American Airlines posted its first quarterly profit since the Covid pandemic began without government help, but joined competitors in cutting growth plans after a series of disruptions this year. However, the airline on Thursday forecast a third-quarter profit, another sign of strong demand for travel, even at high prices.
American posted a $476 million profit in the second quarter, up from $19 million a year earlier, though the airline was still benefiting from federal coronavirus payroll support last year.
Second-quarter revenue of $13.4 billion was up 12% before the pandemic, despite American flying 8.5% less than the same period in 2019, the airline said.
American has been more aggressive than rivals United Airlines and Delta Air Lines in restoring capacity, but American’s CEO said the airline would limit its expansion this year.
“As we look ahead to the rest of the year, we have taken proactive steps to build an additional reserve into our schedule and will continue to limit capacity to the resources we have and the operating conditions we face,” CEO Robert Isom said in a note to staff.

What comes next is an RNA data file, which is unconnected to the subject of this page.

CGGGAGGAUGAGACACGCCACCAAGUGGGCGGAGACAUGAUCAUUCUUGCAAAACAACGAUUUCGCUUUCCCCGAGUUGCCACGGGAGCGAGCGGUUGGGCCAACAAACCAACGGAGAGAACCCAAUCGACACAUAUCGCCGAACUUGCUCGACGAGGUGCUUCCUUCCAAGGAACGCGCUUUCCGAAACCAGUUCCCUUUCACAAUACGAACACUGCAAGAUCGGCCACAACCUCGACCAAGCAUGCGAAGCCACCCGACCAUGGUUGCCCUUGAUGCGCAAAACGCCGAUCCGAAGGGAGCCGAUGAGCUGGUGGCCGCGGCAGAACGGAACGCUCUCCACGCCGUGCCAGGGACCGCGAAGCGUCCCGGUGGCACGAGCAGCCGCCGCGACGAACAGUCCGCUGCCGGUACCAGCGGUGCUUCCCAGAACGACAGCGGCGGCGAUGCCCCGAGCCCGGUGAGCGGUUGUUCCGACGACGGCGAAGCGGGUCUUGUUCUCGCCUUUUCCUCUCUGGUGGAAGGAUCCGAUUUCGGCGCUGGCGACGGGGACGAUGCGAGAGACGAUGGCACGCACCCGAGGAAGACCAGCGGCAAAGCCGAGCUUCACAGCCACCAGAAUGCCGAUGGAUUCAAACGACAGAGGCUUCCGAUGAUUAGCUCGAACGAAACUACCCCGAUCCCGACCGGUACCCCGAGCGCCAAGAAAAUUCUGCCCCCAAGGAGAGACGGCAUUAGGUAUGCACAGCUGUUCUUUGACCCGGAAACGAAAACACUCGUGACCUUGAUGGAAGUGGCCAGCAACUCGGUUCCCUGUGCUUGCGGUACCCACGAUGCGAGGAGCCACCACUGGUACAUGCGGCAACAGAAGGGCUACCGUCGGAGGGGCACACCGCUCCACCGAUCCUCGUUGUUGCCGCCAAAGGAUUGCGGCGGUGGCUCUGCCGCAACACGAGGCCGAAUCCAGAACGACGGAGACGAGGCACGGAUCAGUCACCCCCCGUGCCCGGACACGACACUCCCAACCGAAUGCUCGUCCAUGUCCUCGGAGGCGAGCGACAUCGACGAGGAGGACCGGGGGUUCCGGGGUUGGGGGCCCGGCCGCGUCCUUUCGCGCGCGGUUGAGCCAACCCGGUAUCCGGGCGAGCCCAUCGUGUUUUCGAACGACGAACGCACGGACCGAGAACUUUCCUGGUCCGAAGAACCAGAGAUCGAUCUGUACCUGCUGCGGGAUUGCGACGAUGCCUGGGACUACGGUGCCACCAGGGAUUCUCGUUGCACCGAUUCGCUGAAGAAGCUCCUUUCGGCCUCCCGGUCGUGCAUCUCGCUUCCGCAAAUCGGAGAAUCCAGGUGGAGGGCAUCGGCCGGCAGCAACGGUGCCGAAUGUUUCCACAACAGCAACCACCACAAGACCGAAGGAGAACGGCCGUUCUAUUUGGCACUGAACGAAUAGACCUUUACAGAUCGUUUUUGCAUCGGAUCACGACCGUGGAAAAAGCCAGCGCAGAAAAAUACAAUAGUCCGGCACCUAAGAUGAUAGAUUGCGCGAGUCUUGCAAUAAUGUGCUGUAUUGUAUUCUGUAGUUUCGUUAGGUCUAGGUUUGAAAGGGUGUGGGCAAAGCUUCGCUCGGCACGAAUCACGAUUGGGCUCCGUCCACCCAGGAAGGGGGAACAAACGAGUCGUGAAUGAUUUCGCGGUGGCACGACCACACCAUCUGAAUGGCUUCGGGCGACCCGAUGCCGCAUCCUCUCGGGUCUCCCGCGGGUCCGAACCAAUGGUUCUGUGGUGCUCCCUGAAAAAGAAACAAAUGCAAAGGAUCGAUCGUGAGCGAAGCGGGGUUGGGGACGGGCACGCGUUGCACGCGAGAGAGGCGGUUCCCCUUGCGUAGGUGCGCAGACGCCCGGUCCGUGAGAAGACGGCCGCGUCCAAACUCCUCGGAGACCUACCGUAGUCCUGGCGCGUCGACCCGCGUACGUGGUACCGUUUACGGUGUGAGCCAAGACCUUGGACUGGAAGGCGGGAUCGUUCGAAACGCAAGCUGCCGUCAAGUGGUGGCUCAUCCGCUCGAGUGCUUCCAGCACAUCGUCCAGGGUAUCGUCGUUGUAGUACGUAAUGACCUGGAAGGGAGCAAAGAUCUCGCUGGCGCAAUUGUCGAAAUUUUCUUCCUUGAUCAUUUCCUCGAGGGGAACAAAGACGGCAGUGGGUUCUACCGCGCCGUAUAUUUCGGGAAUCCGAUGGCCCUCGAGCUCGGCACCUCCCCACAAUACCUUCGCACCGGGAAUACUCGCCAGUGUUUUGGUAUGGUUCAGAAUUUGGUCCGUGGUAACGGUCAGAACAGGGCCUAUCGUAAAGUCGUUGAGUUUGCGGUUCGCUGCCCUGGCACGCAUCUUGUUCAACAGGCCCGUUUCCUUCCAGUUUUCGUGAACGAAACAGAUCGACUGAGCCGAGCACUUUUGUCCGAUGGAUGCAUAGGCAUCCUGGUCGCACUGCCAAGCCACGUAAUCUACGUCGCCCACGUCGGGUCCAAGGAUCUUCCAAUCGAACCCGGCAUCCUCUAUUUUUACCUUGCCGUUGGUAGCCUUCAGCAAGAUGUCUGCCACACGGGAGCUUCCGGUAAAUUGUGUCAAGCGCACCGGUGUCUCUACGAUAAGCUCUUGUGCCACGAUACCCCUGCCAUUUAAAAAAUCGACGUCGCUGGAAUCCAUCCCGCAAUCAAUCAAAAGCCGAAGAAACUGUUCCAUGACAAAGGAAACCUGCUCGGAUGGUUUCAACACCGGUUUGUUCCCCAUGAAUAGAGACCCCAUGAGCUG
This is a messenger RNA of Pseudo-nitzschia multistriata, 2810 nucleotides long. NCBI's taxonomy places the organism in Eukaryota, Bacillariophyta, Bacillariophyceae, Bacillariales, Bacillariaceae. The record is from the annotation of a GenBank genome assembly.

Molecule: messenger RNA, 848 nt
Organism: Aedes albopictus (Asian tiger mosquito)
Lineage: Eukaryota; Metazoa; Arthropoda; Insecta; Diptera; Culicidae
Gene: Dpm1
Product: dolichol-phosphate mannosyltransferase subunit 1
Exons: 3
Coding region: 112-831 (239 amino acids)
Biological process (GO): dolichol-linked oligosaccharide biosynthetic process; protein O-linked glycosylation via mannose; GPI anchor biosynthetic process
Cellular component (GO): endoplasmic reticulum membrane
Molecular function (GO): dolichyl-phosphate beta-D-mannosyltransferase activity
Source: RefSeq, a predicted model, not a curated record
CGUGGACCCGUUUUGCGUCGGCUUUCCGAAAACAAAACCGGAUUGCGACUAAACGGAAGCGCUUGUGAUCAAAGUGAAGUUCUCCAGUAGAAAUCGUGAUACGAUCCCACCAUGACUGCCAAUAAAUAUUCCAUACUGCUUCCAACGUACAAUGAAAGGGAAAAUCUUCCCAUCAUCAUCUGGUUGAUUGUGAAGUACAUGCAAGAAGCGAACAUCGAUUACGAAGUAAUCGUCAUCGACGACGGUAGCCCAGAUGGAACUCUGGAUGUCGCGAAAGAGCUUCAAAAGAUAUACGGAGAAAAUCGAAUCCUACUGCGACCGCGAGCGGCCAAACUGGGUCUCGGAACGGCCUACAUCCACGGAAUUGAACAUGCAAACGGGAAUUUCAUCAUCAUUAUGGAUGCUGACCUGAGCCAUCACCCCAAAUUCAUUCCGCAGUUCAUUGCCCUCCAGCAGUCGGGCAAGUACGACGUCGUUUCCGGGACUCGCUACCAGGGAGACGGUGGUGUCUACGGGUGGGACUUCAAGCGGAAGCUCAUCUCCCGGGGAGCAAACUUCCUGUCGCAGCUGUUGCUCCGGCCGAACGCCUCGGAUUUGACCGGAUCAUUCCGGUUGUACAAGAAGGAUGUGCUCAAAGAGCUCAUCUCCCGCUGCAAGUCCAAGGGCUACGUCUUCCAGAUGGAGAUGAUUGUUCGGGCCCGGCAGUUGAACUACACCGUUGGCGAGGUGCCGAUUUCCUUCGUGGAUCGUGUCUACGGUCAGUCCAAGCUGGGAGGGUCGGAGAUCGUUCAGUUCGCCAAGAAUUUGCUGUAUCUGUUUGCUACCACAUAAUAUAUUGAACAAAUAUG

The airline said it would fly 8% to 10% below 2019 levels in the third quarter, but said revenue would rise as much as 12% from the previous three years as high fares continue to summer.
Shares of American fell more than 8% in afternoon trading, while United fell more than 10%.
Here’s how the trader performed in the second quarter, compared to Wall Street expectations based on Refinitiv consensus estimates:
- Adjusted earnings per share: 76 cents vs. 76 cents expected.
- Total income: $13.42 billion vs. $13.40 billion expected.
Unit costs rose 45% in the second quarter from 2021 as the airline, like its rivals, faced rising fuel and other expenses.
Alaska Airlines posted net income of $139 million on record revenue of nearly $2.7 billion when it reported its own second-quarter results on Thursday. He also said he would be cautious about building capacity.
“As is the case throughout the economy, supply chains continue to be disrupted by the pandemic,” Chief Executive Officer Ben Minicucci said on an earnings call after the report. “We are working with key partners more closely than ever and will be more conservative in our operation and capacity planning until we see higher levels of stability and predictability.”
For the third quarter, Alaska plans to fly a schedule between 5% and 8% compared to the same period in 2019 and expects revenue to increase as much as 19% from the previous three years.
United on Wednesday night reported its first profit since the pandemic without government help, but said it would scale back growth plans through 2023.